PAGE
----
Jon: If you're arguing that Key doesn't represent a genuine generational break from Clark/Cullen, would you make the same claim about Obama vis-a-vis Bush/Clinton and/or Cameron vis-a-vis Blair/Brown?

by Dr Jon Johansson on September 29, 2008
Dr Jon Johansson

Gary -

Yes you're right, that's precisely my logic. Future columns will explore different dimensions that I believe underpin the notion of a generational shift. My position on Key's leadership will then become clearer.

The American historian Arthur Schlesinger believed there was a neat cycle in American politics whereby a new generation replaced the old order every thirty years. JFK to Clinton was a neat 32 years. Schlesinger also talked about an 'acceleration principle.'

He posited that history, in effect, speed up with the ever-increasing accumulation of knowledge. Going through a technological revolution to the information age lends support to this idea.

Clinton to Obama is only 16 years but the contrast between Obama and McCain is so palpable that the illusion of big generational change obscures the basic point of comparison, which should be between Clinton and Obama.

As for Cameron, it's all in the marketing of a perception of change because you're hardly a new generational leader when you also claim to be the logical successor to Blair.

It's easy to get carried away and conflate generational change when what we're really witnessing is a more mundane change, the possible circulation of elites from different parts of the same generational curve.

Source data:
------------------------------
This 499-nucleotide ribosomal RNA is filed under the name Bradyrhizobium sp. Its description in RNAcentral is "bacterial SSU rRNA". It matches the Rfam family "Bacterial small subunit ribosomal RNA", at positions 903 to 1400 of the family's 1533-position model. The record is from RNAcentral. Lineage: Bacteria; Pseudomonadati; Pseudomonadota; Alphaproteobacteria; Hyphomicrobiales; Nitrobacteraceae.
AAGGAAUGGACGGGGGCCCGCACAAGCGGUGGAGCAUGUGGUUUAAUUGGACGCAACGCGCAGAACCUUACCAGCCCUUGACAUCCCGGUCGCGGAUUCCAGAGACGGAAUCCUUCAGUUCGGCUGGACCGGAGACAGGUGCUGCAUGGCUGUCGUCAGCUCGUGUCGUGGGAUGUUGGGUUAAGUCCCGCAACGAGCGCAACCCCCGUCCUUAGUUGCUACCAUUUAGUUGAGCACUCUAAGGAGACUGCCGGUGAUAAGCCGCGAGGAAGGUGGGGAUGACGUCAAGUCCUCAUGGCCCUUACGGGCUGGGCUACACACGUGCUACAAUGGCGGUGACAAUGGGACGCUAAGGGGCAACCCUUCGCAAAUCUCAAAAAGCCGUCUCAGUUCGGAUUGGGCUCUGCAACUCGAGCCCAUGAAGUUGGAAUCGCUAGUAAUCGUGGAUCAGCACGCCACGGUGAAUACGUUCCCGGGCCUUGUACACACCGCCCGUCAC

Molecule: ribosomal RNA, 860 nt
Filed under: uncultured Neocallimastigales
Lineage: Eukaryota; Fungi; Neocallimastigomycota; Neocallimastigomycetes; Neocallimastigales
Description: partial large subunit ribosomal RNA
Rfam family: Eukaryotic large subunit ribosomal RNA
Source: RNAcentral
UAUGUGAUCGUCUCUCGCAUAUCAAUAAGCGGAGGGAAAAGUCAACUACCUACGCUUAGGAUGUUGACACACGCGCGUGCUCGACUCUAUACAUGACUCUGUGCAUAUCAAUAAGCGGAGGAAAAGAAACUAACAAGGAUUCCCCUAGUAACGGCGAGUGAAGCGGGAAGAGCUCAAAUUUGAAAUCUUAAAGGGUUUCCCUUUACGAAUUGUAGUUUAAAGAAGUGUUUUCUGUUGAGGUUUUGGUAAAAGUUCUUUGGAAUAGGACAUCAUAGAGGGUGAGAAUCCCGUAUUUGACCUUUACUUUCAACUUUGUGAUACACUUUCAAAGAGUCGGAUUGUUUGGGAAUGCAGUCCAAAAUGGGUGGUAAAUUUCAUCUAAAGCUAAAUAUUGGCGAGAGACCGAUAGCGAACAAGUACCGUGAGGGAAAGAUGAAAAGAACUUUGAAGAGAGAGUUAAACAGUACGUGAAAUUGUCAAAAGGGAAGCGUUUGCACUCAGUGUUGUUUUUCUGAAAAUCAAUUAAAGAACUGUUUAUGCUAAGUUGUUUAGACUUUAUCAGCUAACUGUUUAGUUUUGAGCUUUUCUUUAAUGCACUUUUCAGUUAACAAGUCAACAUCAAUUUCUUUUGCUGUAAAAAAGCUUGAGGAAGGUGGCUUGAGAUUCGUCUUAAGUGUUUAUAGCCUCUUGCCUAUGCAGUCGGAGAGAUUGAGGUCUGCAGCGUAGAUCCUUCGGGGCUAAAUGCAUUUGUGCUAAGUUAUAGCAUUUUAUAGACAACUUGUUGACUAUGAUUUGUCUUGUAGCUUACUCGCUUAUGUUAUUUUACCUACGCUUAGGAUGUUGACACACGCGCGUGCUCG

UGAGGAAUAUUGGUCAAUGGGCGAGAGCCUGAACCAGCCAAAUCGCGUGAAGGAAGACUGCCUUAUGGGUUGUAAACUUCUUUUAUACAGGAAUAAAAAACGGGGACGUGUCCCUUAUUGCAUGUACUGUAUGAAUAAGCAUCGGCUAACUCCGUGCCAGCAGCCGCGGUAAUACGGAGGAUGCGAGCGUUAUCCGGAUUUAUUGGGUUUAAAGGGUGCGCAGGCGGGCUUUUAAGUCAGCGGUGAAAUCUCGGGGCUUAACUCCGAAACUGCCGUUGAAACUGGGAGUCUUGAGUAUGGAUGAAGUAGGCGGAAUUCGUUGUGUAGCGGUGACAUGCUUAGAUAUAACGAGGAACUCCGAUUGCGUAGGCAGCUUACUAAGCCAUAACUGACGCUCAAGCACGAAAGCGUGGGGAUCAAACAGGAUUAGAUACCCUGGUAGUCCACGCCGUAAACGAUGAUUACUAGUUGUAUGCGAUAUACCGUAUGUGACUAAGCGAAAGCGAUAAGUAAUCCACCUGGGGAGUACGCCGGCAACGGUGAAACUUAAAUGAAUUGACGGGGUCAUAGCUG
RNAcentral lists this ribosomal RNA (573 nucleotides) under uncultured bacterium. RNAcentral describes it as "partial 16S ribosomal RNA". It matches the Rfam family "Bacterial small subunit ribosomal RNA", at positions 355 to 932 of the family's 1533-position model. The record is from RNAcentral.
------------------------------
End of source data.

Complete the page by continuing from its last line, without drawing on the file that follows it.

by Daniel Miles on September 29, 2008
Daniel Miles

"The subjective distinction I often employ between Gen X versus Gen Y is the degree of condescension that gets dish out when I ask for help trying to operate this goddamn machine."

 

Surely Gen Y isn't all that bad - though I note your links came out well in the end, and I now know where Dipton is. Separately though - congrats on quitting smoking.

by Keith Bolland on September 29, 2008
Keith Bolland

I think your generational analysis puts a lot of weight on what I'm trying not to call the "deterministic" aspects of political identity formation: the shared life experiences, the climate of political and social expectations, the political subconscious in general. And when talking about voters -- especially the vast majority who care more about, and relate more to, the rugby than the election -- that's probably fair. But for politicians I'm not so sure.